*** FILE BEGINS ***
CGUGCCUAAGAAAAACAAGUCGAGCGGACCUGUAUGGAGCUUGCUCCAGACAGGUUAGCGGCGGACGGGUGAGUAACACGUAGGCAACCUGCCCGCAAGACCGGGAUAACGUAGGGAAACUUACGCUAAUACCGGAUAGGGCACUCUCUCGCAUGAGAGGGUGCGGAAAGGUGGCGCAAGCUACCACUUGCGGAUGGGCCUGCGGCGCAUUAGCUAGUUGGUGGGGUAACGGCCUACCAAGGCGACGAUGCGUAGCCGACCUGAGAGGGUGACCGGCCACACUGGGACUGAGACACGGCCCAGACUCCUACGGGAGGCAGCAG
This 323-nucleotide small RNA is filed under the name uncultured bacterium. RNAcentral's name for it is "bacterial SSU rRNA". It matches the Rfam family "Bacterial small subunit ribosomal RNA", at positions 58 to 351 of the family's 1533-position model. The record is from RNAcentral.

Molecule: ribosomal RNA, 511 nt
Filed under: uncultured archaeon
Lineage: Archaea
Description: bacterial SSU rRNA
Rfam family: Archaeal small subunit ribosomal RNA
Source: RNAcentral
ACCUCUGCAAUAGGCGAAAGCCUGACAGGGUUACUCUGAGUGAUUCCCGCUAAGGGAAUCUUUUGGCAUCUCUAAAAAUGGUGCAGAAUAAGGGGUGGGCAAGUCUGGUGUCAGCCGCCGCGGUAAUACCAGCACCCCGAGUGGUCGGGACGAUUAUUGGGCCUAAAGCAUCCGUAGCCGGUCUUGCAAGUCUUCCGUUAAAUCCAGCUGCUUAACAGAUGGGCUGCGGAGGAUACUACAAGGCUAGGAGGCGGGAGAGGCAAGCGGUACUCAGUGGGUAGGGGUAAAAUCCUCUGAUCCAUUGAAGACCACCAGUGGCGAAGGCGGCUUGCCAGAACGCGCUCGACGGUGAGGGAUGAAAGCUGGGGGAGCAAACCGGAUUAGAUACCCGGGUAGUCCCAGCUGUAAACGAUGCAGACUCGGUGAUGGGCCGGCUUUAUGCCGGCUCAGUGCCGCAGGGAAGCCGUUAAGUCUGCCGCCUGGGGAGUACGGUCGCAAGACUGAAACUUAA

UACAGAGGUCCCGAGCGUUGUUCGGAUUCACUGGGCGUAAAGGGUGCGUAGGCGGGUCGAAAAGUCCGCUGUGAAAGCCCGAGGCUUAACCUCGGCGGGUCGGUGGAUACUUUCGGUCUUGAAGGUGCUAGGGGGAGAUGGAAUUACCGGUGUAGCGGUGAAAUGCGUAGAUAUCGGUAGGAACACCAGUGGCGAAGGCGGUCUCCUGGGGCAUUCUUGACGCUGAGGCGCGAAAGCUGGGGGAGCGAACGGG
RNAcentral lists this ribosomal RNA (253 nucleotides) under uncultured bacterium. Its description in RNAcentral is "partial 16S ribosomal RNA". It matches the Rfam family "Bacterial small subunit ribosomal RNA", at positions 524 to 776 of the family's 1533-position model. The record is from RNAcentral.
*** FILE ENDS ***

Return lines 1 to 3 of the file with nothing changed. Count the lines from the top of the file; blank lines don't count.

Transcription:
CGUGCCUAAGAAAAACAAGUCGAGCGGACCUGUAUGGAGCUUGCUCCAGACAGGUUAGCGGCGGACGGGUGAGUAACACGUAGGCAACCUGCCCGCAAGACCGGGAUAACGUAGGGAAACUUACGCUAAUACCGGAUAGGGCACUCUCUCGCAUGAGAGGGUGCGGAAAGGUGGCGCAAGCUACCACUUGCGGAUGGGCCUGCGGCGCAUUAGCUAGUUGGUGGGGUAACGGCCUACCAAGGCGACGAUGCGUAGCCGACCUGAGAGGGUGACCGGCCACACUGGGACUGAGACACGGCCCAGACUCCUACGGGAGGCAGCAG
This 323-nucleotide small RNA is filed under the name uncultured bacterium. RNAcentral's name for it is "bacterial SSU rRNA". It matches the Rfam family "Bacterial small subunit ribosomal RNA", at positions 58 to 351 of the family's 1533-position model. The record is from RNAcentral.

Molecule: ribosomal RNA, 511 nt